Living with disability during COVID-19

Photo courtesy:
Photo courtesy:
Yetunde Bada - CFUV - VictoriaBC | 07-12-2020
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Ibiba Yewa (not real name) is a World-class violinist in the making, loves swimming and has autism.


Her mom, Gracie, says she was diagnosed at a year old with the form of autism known as Asperger Syndrome.


The International Day of People with Disabilities has come and gone but have people who fall under this category fared any better since the observance was adopted on Dec. 3, 1992?


The United Nations (UN) says of the one billion population of persons with disabilities Worldwide, 80% live in developing countries and one in every five women is likely to experience disability in her life, while one in every 10 children is a child with a disability.


It is therefore no surprise that persons with disabilities in the world are among the hardest hit by COVID-19 according to the United Nations (UN).


Gracie told CFUV 101.9FM in Victoria, British Columbia (B.C.) ‘’raising a child with disability is twice as hard,’’ ‘’My daughter has autism. She is 24 but has the mental capability of a 15-year-old.

‘’When the lockdown began, I was really worried she would become miserable especially when all her extra-curricular activities had to be cancelled. She plays the violin excellently.


‘’However, we showed her facts and figures, we kept discussing how it affected people from country to country and I think constant communication with her has helped in part because she is not edgy as I feared but is coping well.


‘’Now when I ask her how she feels about everything going on, she tells me `COVID-19 is scary, I just want to stay home’; she is not depressed or sad.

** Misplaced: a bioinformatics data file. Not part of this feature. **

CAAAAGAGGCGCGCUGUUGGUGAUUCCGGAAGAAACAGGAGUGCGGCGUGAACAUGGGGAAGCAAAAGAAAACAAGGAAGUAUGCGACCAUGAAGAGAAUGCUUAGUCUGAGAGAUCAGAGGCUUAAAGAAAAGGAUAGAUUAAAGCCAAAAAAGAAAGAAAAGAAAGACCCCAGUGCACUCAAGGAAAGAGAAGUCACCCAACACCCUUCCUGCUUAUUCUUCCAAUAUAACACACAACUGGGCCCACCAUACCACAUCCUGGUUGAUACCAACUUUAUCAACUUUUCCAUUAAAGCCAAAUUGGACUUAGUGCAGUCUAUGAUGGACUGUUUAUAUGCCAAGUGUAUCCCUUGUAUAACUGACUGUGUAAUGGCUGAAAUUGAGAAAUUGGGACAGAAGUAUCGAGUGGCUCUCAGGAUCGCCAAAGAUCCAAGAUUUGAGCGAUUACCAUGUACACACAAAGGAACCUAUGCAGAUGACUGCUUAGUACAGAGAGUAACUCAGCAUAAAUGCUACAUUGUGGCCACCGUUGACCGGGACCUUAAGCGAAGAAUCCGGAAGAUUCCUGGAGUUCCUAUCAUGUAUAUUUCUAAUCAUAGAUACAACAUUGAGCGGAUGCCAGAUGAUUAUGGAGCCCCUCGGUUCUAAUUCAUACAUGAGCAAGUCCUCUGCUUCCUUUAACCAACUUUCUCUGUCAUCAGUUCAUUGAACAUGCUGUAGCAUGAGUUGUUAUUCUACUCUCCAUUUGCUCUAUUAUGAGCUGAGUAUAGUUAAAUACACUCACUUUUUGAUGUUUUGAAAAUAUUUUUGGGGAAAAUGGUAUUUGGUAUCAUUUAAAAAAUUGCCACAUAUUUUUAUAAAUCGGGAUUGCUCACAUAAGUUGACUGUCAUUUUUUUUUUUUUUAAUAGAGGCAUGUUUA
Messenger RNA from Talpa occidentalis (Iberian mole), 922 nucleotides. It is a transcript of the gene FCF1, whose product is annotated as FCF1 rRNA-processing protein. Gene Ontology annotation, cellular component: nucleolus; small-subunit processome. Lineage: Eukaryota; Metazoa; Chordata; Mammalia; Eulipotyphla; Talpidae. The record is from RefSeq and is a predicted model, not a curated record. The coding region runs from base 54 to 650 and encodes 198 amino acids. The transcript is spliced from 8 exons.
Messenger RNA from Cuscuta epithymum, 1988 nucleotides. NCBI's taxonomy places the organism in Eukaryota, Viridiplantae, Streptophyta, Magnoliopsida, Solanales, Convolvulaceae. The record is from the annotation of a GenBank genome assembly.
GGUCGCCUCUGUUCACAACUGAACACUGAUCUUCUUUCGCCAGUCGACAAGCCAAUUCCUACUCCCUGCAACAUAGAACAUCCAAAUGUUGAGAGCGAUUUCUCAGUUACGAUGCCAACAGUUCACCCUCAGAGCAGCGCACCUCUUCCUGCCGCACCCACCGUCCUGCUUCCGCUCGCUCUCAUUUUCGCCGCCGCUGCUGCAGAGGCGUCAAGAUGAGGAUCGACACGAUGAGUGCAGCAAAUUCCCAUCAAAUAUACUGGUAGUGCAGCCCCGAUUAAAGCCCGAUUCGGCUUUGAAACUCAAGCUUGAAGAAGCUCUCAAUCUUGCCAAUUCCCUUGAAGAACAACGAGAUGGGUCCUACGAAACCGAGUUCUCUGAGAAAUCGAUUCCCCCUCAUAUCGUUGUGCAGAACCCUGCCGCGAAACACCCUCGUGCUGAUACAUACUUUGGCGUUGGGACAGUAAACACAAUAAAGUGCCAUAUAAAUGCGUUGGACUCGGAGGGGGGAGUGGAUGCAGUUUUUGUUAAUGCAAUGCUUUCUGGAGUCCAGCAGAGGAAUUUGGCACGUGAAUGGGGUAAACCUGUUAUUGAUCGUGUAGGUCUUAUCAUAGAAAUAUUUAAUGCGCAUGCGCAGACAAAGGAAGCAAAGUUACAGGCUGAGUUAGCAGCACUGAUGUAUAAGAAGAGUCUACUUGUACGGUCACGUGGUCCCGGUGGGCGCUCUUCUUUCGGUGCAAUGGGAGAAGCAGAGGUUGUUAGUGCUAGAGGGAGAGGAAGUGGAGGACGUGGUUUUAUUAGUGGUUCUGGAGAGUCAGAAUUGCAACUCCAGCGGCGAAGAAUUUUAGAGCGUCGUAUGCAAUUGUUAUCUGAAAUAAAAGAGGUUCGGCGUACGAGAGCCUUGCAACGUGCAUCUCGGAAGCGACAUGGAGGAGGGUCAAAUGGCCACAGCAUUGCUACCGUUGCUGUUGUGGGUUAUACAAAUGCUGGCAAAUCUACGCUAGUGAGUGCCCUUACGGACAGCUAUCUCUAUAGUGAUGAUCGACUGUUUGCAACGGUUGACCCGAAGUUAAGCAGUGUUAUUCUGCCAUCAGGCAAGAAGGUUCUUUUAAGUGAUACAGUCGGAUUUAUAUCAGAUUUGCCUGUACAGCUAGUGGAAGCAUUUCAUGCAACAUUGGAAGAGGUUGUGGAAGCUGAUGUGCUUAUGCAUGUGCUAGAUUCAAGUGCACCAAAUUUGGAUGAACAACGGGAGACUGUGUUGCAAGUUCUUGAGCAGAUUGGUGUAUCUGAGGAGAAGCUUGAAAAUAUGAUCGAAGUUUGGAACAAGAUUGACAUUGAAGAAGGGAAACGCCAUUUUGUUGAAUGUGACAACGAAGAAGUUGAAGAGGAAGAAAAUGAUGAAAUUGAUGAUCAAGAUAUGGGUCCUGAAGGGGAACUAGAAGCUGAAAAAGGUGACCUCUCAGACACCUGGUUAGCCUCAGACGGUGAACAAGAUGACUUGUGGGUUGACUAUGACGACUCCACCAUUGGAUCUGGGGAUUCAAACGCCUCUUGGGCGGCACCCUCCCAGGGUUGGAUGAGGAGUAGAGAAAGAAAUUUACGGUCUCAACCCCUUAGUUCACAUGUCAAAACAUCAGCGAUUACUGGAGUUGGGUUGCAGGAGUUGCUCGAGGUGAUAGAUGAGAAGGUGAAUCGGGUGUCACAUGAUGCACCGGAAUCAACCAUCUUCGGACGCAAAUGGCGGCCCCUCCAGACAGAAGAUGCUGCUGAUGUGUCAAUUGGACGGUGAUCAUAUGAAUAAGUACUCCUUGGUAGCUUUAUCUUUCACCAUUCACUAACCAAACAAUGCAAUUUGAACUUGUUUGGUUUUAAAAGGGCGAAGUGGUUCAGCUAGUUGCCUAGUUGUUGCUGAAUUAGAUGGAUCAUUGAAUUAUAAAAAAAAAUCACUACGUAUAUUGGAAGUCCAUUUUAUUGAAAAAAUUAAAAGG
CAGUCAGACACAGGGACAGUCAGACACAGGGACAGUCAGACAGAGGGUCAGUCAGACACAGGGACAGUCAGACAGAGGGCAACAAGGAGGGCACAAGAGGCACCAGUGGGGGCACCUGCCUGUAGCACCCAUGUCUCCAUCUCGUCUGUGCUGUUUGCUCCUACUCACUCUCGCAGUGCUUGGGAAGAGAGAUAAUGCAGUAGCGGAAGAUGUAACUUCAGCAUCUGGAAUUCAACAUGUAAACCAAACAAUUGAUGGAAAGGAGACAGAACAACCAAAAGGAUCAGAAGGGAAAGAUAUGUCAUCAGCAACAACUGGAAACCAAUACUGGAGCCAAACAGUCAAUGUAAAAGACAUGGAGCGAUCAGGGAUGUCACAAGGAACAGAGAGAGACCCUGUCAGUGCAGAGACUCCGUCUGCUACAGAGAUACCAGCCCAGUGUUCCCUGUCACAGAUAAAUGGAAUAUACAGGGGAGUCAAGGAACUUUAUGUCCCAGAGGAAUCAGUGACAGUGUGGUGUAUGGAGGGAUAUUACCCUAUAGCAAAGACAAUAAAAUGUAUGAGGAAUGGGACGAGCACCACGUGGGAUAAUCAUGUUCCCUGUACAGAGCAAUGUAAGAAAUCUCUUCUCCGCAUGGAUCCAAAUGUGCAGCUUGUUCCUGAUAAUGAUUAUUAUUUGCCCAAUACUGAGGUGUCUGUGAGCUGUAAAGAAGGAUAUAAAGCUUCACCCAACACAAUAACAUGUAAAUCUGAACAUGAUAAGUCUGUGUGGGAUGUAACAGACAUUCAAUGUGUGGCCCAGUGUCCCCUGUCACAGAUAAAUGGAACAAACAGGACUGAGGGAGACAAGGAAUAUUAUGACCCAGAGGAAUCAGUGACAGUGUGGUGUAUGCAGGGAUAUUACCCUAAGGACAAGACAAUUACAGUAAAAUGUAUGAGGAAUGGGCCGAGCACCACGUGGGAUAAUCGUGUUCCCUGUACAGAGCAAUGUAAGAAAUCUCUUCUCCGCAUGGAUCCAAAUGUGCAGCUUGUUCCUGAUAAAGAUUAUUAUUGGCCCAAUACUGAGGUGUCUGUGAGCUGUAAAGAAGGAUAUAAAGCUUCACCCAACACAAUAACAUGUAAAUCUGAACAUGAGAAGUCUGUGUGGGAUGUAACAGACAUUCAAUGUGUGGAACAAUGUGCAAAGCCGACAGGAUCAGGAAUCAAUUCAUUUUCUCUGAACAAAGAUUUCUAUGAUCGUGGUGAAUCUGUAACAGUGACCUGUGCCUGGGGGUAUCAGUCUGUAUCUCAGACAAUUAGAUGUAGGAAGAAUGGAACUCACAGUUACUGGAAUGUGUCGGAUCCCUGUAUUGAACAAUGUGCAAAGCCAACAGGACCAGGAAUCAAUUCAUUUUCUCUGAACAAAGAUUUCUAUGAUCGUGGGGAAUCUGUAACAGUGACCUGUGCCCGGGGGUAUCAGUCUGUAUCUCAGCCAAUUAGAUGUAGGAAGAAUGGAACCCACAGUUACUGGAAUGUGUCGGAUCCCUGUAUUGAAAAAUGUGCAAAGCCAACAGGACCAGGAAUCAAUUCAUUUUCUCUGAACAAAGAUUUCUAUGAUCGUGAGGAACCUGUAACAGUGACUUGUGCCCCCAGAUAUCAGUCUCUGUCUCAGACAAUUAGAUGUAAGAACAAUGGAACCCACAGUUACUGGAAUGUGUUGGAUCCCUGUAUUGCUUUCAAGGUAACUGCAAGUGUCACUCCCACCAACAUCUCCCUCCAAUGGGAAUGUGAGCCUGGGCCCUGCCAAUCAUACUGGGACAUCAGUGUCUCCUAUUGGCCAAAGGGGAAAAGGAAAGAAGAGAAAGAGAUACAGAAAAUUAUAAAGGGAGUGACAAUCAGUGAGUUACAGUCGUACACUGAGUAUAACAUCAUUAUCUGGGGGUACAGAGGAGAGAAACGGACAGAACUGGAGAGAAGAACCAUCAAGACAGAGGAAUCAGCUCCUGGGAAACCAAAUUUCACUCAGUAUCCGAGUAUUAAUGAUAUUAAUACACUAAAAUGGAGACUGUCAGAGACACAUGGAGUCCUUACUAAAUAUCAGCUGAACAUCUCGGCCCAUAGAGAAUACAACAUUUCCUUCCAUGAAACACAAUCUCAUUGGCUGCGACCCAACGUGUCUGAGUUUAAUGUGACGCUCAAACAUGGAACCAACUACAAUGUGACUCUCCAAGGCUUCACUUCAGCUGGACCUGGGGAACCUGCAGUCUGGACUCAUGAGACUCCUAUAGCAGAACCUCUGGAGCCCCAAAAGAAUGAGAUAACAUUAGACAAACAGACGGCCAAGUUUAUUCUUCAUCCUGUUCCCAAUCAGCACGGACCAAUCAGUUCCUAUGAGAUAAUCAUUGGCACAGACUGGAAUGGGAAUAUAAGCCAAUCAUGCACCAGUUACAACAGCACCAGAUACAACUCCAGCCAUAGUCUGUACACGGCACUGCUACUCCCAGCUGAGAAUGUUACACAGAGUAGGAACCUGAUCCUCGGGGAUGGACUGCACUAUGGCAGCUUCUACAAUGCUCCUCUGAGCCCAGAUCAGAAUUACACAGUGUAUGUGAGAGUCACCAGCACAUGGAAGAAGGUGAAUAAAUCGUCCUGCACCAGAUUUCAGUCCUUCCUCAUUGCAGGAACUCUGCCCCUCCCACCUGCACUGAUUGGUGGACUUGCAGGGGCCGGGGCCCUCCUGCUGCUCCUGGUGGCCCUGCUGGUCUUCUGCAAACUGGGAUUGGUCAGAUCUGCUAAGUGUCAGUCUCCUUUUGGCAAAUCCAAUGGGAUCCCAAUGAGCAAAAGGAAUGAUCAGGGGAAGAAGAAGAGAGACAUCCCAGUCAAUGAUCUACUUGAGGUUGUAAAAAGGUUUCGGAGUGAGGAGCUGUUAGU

Our coping mechanism:

‘’Another thing is we tried not to cancel all our fun activities together for instance our weekly pizza night. Every Tuesday, we have a pizza night, her big grin when she hears the deliveryman’s doorbell just warms my heart.


‘’We have taken her with us once or twice for grocery shopping but otherwise she stays in her room reading, listening to music or whatever catches her fancy,’’ Gracie says.


To commemorate the Day, the UN Secretary-General António Guterres, says ‘’As the world recovers from the pandemic, we must ensure that the aspirations and rights of persons with disabilities are included and accounted for in a inclusive, accessible and sustainable post COVID-19 world.


‘’This vision will only be achieved through active consultation with persons with disabilities and their representative organizations said on the International Day of People Living with Disabilities.’’


Also, UNESCO marked the Day with a week-long programme from Nov. 25 to Dec. 3 under the theme: "Building back better: towards an inclusive, accessible and sustainable post COVID-19 world by, for and with persons with disabilities".


A few victories for the disabled in B.C. include a recent tribunal judgment upheld in favor of blind pedestrians.


The victory came after a complaint, submitted by the Canadian Federation of the Blind, underscored the hazards blind people face when crossing bike lanes to access floating bus stops on some major streets.


The Accessible Canada Act is a legislation to improve accessibility for all Canadians with disabilities.


There are B.C. programs and services for people living with disabilities, offered through government, crown agencies and corporations that have funding of more than $5 billion each year.